MADISON, Wis. (AP) — Far from shying from his contrarian reputation, Wisconsin Republican Sen. Ron Jonson is leaning into controversy as he runs for his third term.
Johnson has called for the end of guaranteed money for Medicare and Social Security, two popular programs that American politicians usually steer clear from. He’s trafficked in conspiracy theories about the 2020 election and dabbled in pseudoscience around the coronavirus.
His Democratic challenger, Lt. Gov. Mandela Barnes, has gone in a safer direction, cultivating an image as a nonthreatening defender of the middle class with TV ads showing him hitting baseballs, delivering pizzas to children and shopping for groceries.
Their race is one of a handful around the country that could decide control of the Senate next year, and the only one with an incumbent Republican seeking reelection in a state carried by President Joe Biden. It’s also shaping up as the kind of razor-close finish that’s become common in Wisconsin, where Donald Trump carried the state by fewer than 23,000 votes in 2016 and then lost to Biden by about the same margin two years ago.
Polls suggest that a Barnes edge in midsummer, likely propelled by his emergence as key Democratic rivals dropped out right before the state’s primary election, has evaporated under a barrage of attack ads from Johnson and his allies. A Marquette University Law School poll in mid-September had the race within the margin of error, with Barnes’ unfavorable ratings increasing by 10 percentage points from a month earlier.
“Ron Johnson isn’t doing anything to try and move his favorables up,” said Alex Lasry, a Milwaukee Bucks executive who was Barnes’ first main rival to leave the race and throw support to Barnes. “I think Ron Johnson’s campaign knows the voters don’t like him. What Johnson’s trying to do is drag everyone into the mud.”
Keith Gilkes, a GOP strategist who ran former Republican Gov. Scott Walker’s first campaign, said Johnson is simply defining Barnes and moving independents into his own camp.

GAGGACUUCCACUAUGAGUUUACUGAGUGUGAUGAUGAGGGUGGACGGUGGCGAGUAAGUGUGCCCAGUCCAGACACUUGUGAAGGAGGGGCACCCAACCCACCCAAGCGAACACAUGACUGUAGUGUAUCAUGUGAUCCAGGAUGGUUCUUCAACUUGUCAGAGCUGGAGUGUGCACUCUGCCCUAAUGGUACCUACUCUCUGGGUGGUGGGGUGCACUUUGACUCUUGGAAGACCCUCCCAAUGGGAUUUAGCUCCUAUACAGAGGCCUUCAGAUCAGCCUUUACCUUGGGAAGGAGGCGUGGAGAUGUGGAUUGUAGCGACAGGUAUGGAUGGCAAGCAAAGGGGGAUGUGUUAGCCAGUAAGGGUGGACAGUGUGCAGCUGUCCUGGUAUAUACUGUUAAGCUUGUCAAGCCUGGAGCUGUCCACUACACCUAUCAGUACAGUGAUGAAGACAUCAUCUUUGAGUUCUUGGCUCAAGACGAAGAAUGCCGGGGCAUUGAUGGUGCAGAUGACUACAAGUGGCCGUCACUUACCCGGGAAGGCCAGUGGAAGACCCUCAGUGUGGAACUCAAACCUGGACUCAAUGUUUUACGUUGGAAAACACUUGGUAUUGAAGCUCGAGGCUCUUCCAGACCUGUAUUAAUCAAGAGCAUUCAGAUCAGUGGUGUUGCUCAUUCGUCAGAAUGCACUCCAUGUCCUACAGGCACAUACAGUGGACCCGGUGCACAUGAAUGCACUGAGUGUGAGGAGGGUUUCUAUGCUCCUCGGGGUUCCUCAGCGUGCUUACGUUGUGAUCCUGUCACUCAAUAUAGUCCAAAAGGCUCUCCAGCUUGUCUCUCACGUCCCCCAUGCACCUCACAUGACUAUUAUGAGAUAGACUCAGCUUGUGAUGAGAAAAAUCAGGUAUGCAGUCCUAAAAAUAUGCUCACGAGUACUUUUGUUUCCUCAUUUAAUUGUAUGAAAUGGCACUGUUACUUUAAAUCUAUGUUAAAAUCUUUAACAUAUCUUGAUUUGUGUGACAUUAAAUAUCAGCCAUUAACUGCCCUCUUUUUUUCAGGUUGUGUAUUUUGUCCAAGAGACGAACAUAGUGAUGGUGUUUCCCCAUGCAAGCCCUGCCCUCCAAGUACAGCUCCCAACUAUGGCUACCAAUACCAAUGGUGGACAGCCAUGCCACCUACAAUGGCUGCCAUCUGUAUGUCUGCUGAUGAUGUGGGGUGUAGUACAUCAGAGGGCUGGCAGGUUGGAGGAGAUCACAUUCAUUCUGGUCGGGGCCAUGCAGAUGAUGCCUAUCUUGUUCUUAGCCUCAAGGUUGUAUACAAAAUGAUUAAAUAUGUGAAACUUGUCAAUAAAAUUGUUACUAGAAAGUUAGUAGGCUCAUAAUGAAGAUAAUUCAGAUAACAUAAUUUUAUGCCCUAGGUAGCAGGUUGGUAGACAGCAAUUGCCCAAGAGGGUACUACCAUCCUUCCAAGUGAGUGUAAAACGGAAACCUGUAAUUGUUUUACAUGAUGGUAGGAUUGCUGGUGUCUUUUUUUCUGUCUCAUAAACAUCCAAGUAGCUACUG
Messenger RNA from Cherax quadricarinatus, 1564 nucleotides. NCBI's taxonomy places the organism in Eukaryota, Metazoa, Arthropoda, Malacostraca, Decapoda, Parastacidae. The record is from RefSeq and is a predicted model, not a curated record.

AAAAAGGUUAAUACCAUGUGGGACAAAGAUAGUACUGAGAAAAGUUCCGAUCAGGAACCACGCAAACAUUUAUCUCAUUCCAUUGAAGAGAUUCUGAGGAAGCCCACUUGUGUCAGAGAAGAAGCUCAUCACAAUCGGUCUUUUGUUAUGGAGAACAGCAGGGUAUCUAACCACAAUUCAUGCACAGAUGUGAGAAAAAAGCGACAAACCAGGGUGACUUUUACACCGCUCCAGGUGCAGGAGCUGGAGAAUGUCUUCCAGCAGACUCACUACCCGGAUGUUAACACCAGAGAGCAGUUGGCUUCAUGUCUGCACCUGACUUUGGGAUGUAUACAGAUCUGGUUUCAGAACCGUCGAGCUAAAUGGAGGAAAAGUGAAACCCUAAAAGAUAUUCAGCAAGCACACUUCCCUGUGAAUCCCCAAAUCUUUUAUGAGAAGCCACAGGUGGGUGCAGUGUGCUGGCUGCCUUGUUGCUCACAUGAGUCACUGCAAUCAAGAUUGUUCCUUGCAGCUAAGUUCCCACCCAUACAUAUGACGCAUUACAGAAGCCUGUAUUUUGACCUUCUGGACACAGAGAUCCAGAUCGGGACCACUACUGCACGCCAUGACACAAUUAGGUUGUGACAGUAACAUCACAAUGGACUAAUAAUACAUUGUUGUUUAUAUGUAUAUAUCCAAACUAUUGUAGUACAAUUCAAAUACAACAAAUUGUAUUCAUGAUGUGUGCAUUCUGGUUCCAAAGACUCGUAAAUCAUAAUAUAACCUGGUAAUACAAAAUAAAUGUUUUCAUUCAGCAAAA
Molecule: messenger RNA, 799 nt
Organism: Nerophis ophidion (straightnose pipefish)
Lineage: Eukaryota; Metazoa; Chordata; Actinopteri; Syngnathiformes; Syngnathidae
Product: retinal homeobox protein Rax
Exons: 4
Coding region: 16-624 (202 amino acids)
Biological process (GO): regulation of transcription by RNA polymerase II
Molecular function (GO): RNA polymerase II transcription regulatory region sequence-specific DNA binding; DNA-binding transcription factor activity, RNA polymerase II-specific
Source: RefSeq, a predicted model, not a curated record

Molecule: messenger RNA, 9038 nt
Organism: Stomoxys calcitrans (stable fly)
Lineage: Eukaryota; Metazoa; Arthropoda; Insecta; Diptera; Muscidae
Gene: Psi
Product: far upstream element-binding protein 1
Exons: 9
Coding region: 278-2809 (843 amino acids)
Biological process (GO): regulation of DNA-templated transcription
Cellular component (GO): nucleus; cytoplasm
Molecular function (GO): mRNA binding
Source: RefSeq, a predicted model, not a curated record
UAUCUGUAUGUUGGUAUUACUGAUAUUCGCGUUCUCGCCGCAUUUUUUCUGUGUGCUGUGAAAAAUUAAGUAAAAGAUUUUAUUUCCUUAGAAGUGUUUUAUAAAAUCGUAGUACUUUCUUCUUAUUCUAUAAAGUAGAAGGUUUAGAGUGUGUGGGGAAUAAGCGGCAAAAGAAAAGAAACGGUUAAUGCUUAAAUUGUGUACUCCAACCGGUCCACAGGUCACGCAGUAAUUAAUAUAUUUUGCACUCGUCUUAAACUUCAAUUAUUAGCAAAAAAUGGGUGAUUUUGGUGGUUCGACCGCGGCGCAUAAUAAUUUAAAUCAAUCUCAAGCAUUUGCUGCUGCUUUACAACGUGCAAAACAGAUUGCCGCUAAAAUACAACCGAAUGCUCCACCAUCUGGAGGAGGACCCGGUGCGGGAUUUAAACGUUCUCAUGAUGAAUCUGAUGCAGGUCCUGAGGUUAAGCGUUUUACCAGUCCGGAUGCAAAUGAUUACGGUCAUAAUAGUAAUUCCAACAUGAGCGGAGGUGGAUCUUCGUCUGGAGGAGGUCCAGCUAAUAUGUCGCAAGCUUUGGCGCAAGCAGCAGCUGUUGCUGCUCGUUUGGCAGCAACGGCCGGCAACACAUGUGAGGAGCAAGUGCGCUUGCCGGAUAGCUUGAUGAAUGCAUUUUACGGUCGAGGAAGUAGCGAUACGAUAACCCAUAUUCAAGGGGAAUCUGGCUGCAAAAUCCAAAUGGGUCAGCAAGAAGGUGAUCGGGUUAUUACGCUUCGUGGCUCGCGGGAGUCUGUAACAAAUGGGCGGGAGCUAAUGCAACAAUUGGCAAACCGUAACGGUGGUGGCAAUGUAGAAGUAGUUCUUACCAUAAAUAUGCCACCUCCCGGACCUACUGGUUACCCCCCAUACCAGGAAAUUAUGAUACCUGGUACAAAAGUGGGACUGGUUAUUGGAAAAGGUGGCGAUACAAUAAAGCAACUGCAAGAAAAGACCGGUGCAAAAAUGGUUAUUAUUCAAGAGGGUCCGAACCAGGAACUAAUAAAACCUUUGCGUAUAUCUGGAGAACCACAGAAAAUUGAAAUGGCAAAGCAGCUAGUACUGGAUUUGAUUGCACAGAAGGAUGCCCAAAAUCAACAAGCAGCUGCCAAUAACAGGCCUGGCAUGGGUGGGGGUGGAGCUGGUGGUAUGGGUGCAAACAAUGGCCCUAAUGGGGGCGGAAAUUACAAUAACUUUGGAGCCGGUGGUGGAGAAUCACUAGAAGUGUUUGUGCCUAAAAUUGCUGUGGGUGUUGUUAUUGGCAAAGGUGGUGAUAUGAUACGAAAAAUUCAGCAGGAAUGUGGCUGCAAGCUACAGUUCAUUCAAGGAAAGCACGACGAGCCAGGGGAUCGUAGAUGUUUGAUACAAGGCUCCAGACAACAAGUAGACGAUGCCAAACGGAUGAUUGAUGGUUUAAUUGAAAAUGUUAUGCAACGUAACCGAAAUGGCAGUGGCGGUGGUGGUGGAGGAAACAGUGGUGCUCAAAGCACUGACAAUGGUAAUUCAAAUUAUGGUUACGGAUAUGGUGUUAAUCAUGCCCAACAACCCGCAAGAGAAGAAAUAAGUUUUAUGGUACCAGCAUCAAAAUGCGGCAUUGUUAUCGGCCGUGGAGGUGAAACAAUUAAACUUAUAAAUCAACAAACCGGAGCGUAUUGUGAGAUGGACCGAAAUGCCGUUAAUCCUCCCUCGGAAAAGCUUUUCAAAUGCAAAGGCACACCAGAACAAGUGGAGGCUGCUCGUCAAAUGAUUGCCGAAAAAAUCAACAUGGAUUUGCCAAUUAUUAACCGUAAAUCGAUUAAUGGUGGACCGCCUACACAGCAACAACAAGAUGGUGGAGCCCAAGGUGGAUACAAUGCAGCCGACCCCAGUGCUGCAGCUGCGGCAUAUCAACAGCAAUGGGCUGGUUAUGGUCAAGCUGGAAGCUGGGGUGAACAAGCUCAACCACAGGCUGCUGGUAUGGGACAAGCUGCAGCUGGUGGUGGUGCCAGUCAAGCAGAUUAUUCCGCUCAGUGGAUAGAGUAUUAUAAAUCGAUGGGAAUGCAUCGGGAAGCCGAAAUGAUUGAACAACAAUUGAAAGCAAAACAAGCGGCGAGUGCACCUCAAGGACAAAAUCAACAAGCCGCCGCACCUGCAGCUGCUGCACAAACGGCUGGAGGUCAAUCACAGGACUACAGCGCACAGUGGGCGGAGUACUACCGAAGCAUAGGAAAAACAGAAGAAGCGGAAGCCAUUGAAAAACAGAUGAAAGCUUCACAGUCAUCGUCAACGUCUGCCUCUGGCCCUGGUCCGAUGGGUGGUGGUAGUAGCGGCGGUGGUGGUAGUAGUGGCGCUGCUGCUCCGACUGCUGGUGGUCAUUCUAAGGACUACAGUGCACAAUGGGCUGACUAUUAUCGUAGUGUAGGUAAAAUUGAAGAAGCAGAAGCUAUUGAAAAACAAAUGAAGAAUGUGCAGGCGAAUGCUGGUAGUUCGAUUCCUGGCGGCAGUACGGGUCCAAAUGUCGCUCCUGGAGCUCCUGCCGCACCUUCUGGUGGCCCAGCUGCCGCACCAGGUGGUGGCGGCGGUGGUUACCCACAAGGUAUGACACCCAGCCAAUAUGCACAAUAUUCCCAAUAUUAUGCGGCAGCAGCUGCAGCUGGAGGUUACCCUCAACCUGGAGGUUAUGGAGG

“Now the pressure is back on Barnes,” Gilkes said. “How is he going to respond?”
Barnes, 35, and Johnson, 67, couldn’t be more different.
Johnson, a former plastics manufacturer, is a millionaire several times over. Barnes, the state’s lieutenant governor and potentially the state’s first Black senator, has championed his modest upbringing in Milwaukee as the child of a public school teacher and a United Auto Workers member.
Barnes’ messaging has tracked with that background, with talk of returning manufacturing to the state, protecting union jobs and helping small farmers — a play for rural voters who have slipped away from Democrats in recent years.
He has sometimes struggled financially as an adult, too — something he sought to turn to his advantage when attacked for paying his property taxes late. In one of his newest TV ads, Barnes says: “There were times I was getting by on peanut butter sandwiches. And that’s why I support a tax cut for the middle class.”
Johnson and his allies have accused him of speaking in platitudes rather than in detail about his plans, avoiding unscripted moments in front of reporters and hiding from voters.
When Barnes agreed to a single televised debate next month, Johnson — who had offered to do two more — pounced: “I can’t force the other guy out of hiding.” Barnes later agreed to a second debate.